I’m not necessarily talking musicals, but rather films made on the subject of music. Of course, these will always have music in them, so they inevitably end up becoming musicals of a sort, but not really in the conventional sense. Some of the more notable examples of these include This Is Spın̈al Tap, High Fidelity, The Blues Brothers, Almost Famous, and The Commitments.
What has yet to be seen is an explicitly electro swing movie. It’s certainly quite possible that we’ll eventually get this with time, but no filmmaker has chosen to do it just yet, at least not in an obvious way. However, there are a few films that I think approach the subject matter in more subtle ways. I’ll present here five that I believe would make enjoyable viewing for the electro swing audience – no particular order, I’ve simply listed them chronologically.
Written by Chris Swinglis Date: 2019-05-26
So I have a bit of a theory about this, in that I reckon that the majority of musicians producing electro swing today will have had their very first experiences of jazz and swing through the medium of Disney films. Another good example could have been The Jungle Book (which unsurprisingly was the Disney production made prior to this one), and there’s a whole host of other instances of swing in their films; but I think that The Aristocats demonstrates the jazz influence more so than any other, due largely to the fact that this music forms an essential part of the plot. Resulting from this Disney exposure, there’s a significant amount of Disney covers and remixes within electro swing; a perfect demonstration of this would be the Electric Swing Circus’s cover of ‘Everybody Wants To Be A Cat’:
This film very much did for early American folk what electro swing is doing for the music of the jazz age. Featuring a great soundtrack with instances of the genre throughout, a large part of the film centres around the protagonists forming a bluegrass group called the Soggy Bottom Boys. Indeed, author Robert Loss has said of the film that:
“O Brother and the new millennial folk revival it stimulated implied the return of something good, some “original newness” worth saving from the remainder bin of history”
There’s some obvious parallels with electro swing here; much of the music of this particular genre can certainly be said to be returning jazz and swing to a level of contemporary relevance. One may also note the brilliant Skeewiff Remix of ‘Man of Constant Sorrow’:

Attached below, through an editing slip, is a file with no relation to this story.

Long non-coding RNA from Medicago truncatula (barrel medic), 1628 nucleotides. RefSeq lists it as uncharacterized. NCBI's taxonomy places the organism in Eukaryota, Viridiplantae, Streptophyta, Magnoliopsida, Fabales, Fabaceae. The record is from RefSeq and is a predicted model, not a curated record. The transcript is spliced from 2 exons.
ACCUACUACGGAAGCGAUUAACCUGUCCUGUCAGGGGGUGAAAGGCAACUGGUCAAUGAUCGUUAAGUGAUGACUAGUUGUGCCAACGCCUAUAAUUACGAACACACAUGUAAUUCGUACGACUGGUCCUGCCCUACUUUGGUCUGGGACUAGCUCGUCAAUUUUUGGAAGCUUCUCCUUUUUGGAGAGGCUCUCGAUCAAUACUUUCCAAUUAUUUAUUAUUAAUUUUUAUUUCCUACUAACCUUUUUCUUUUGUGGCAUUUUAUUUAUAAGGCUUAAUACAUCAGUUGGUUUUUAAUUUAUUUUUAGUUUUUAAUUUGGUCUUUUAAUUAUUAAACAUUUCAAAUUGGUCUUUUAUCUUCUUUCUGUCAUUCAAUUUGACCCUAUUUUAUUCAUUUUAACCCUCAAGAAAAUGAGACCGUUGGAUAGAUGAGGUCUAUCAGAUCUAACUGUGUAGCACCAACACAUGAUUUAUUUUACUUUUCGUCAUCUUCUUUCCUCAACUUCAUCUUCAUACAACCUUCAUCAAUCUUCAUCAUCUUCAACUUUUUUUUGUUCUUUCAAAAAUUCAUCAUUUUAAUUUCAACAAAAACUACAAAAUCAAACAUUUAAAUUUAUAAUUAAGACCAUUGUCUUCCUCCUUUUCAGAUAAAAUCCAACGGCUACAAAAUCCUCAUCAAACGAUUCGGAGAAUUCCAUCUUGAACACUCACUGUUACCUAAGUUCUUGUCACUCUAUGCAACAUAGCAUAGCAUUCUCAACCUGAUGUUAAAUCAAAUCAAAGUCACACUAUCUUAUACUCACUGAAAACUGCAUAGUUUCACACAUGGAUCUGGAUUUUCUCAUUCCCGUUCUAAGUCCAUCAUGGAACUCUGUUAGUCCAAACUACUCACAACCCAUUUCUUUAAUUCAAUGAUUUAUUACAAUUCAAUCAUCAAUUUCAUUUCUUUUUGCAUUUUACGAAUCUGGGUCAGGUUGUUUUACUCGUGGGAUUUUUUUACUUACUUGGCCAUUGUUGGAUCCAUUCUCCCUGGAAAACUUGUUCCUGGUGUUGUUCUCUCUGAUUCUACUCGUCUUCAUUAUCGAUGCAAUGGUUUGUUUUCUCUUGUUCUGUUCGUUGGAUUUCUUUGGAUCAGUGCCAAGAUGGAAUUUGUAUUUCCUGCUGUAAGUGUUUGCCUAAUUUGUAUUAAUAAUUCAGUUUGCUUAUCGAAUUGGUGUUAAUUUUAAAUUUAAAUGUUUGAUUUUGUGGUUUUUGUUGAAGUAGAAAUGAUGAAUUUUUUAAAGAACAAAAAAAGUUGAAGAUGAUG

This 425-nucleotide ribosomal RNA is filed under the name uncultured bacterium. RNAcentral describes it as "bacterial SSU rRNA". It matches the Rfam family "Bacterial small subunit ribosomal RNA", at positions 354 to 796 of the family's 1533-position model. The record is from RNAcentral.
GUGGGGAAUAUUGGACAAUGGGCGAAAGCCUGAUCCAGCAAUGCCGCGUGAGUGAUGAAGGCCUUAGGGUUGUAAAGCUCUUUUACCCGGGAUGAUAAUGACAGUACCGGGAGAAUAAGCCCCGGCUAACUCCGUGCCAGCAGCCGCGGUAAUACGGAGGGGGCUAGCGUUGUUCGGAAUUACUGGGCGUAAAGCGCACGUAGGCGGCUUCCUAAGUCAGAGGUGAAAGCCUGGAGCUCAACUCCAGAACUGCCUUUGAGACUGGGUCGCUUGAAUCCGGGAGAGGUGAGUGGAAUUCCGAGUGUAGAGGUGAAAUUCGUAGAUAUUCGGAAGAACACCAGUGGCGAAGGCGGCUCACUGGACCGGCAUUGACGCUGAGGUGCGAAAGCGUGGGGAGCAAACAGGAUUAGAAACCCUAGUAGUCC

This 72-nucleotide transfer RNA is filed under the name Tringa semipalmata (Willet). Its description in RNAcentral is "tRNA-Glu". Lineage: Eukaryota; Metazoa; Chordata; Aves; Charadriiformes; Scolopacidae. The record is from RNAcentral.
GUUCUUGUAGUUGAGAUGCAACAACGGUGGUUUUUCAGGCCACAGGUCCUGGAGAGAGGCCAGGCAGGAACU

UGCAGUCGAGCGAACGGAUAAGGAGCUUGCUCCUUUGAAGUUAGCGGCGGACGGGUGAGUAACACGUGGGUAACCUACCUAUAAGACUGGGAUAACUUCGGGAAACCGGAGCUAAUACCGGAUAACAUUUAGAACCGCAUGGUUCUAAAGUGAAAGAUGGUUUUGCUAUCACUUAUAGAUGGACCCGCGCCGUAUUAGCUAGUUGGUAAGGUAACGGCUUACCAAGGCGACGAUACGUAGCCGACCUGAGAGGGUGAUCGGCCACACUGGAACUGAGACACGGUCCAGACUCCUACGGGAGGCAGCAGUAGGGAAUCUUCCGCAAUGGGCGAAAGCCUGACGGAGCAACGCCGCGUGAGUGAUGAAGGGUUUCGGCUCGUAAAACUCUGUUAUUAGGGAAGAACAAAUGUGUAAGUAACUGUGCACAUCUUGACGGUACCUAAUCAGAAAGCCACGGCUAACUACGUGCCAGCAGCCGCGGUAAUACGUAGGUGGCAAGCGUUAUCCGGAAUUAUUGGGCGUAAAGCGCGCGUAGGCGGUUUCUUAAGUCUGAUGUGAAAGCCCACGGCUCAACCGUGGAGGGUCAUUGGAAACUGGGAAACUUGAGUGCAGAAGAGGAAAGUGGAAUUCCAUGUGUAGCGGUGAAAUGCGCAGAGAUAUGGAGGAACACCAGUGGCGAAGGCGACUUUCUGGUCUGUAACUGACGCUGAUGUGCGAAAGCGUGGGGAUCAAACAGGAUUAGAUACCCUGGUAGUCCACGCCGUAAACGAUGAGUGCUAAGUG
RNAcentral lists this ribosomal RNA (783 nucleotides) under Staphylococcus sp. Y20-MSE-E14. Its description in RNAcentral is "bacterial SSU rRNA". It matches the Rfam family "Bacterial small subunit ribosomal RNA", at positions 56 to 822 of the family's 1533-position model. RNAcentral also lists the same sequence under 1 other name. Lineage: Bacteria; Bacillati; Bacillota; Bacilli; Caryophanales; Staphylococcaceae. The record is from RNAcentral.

In terms of the type of esteem often given to the jazz age, I feel that no film exemplifies this better than Woody Allen’s Midnight in Paris. Whilst holidaying in Paris, the protagonist – played by Owen Wilson – discovers a time vortex that leads him directly to this era, and he proceeds to spend every night exploring the past and becoming more and more involved in the lives of various historic figures. The idea of recreating the past being so central to certain elements of electro swing – this film sums up to a great degree the mindset of many of the fans of this genre. Those figures whom Wilson interacts with throughout include Josephine Baker, and F. Scott and Zelda Fitzgerald. And speaking of F. Scott Fitzgerald…
If there were a single example of a genuine electro swing film, this would be it. This is the only example I’m aware of, of a film with an electro swing soundtrack (albeit a rather unimpressive one), and much of the imagery of contemporary electro swing has come directly from this film. Speaking of his soundtrack, director Baz Luhrmann would state that:
“When [Fitzgerald] wrote that book, he was a modernist, he was in the moment, and the music of the moment was African-American street music called Jazz, and when he put Jazz music in Gatsby, everyone was like ‘What are you crazy? It’s a fad.’ […] If Fitzgerald coined the phrase ‘The Jazz Age,’ then I think we’re living in ‘The Hip Hop Age.’”
Thus, Luhrmann elected to include a soundtrack which both pays homage to the original jazz of The Great Gatsby, whilst staying relevant for a modern audience more inclined to styles such as hip hop. Sound familiar? As stated however, the choice of music was quite unremarkable, including pieces by contemporary pop artists such will.i.am and Fergie, where the more established electro swing artists would likely have performed much better:
The last entry I’ll include is La La Land, which famously narrowly missed out on the Best Picture award at the 2017 Oscars – although it did win six others, including both Best Original Score and Best Original Song. With a plot entirely centred around contemporary performances of jazz, the most poignant line for me is when John Legend’s character argues:
“How are you gonna be a revolutionary if you’re such a traditionalist? You’re holding on to the past, but jazz is about the future”
This line sums up the entire philosophy of electro swing to me; this music is taking the original music of jazz, but pushing it in a completely new direction. Arguably, this is precisely what jazz is supposed to be about. Whilst the Messengers – the band that features in the movie – aren’t specifically an electro swing act, their music is certainly heading in that direction, most clearly so in this rehearsal scene:
There’s possibly several more, but I think these five films would make a nice viewing experience for the electro swing enthusiast. The collective runtime would be just over nine hours, so it’s definitely possible that one could devote a long evening to it if they wanted a bit of a movie-marathon. Maybe I’ll do it someday. I’d love to hear if anyone has any suggestions that they think I should add to this list, so please comment below if you can think of any more. And perhaps one day we will have an all-out, fully electro swing movie that’s a complete celebration of everything we all love about this genre.
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